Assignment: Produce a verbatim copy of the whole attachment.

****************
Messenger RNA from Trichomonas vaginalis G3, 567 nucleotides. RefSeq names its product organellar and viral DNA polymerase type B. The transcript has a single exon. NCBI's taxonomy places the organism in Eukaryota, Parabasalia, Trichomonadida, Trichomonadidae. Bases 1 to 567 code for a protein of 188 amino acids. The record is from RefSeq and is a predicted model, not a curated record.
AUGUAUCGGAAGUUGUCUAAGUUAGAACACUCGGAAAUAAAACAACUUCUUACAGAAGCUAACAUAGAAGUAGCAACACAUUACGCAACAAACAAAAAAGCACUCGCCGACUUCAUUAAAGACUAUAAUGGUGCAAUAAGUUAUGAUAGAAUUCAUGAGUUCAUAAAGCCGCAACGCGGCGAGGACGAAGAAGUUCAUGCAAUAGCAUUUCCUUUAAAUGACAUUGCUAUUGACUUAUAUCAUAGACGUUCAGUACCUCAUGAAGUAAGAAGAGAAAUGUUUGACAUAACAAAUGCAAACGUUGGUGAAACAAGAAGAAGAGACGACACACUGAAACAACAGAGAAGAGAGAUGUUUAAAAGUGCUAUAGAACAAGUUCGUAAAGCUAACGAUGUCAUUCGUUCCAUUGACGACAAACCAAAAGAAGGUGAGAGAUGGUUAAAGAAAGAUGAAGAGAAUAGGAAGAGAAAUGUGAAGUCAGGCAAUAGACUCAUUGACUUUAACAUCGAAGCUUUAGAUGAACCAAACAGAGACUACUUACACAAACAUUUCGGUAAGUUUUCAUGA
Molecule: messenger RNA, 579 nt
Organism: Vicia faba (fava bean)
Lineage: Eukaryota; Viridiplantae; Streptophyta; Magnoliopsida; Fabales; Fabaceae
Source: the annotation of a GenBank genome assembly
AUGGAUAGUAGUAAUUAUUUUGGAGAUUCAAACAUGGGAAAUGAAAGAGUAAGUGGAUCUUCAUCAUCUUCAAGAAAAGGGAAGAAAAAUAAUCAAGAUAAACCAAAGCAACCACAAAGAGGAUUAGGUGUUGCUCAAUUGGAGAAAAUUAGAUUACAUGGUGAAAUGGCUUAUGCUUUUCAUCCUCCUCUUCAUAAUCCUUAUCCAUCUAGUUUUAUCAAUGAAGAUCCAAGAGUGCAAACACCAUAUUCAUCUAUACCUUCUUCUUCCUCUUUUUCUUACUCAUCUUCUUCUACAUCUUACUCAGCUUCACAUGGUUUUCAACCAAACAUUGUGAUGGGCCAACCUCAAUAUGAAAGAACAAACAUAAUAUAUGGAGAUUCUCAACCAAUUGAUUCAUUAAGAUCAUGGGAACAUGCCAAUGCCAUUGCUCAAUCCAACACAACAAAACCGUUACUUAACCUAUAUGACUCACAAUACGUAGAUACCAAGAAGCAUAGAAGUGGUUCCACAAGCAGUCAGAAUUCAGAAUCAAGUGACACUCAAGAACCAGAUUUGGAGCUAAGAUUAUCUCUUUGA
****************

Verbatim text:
Messenger RNA from Trichomonas vaginalis G3, 567 nucleotides. RefSeq names its product organellar and viral DNA polymerase type B. The transcript has a single exon. NCBI's taxonomy places the organism in Eukaryota, Parabasalia, Trichomonadida, Trichomonadidae. Bases 1 to 567 code for a protein of 188 amino acids. The record is from RefSeq and is a predicted model, not a curated record.
AUGUAUCGGAAGUUGUCUAAGUUAGAACACUCGGAAAUAAAACAACUUCUUACAGAAGCUAACAUAGAAGUAGCAACACAUUACGCAACAAACAAAAAAGCACUCGCCGACUUCAUUAAAGACUAUAAUGGUGCAAUAAGUUAUGAUAGAAUUCAUGAGUUCAUAAAGCCGCAACGCGGCGAGGACGAAGAAGUUCAUGCAAUAGCAUUUCCUUUAAAUGACAUUGCUAUUGACUUAUAUCAUAGACGUUCAGUACCUCAUGAAGUAAGAAGAGAAAUGUUUGACAUAACAAAUGCAAACGUUGGUGAAACAAGAAGAAGAGACGACACACUGAAACAACAGAGAAGAGAGAUGUUUAAAAGUGCUAUAGAACAAGUUCGUAAAGCUAACGAUGUCAUUCGUUCCAUUGACGACAAACCAAAAGAAGGUGAGAGAUGGUUAAAGAAAGAUGAAGAGAAUAGGAAGAGAAAUGUGAAGUCAGGCAAUAGACUCAUUGACUUUAACAUCGAAGCUUUAGAUGAACCAAACAGAGACUACUUACACAAACAUUUCGGUAAGUUUUCAUGA
Molecule: messenger RNA, 579 nt
Organism: Vicia faba (fava bean)
Lineage: Eukaryota; Viridiplantae; Streptophyta; Magnoliopsida; Fabales; Fabaceae
Source: the annotation of a GenBank genome assembly
AUGGAUAGUAGUAAUUAUUUUGGAGAUUCAAACAUGGGAAAUGAAAGAGUAAGUGGAUCUUCAUCAUCUUCAAGAAAAGGGAAGAAAAAUAAUCAAGAUAAACCAAAGCAACCACAAAGAGGAUUAGGUGUUGCUCAAUUGGAGAAAAUUAGAUUACAUGGUGAAAUGGCUUAUGCUUUUCAUCCUCCUCUUCAUAAUCCUUAUCCAUCUAGUUUUAUCAAUGAAGAUCCAAGAGUGCAAACACCAUAUUCAUCUAUACCUUCUUCUUCCUCUUUUUCUUACUCAUCUUCUUCUACAUCUUACUCAGCUUCACAUGGUUUUCAACCAAACAUUGUGAUGGGCCAACCUCAAUAUGAAAGAACAAACAUAAUAUAUGGAGAUUCUCAACCAAUUGAUUCAUUAAGAUCAUGGGAACAUGCCAAUGCCAUUGCUCAAUCCAACACAACAAAACCGUUACUUAACCUAUAUGACUCACAAUACGUAGAUACCAAGAAGCAUAGAAGUGGUUCCACAAGCAGUCAGAAUUCAGAAUCAAGUGACACUCAAGAACCAGAUUUGGAGCUAAGAUUAUCUCUUUGA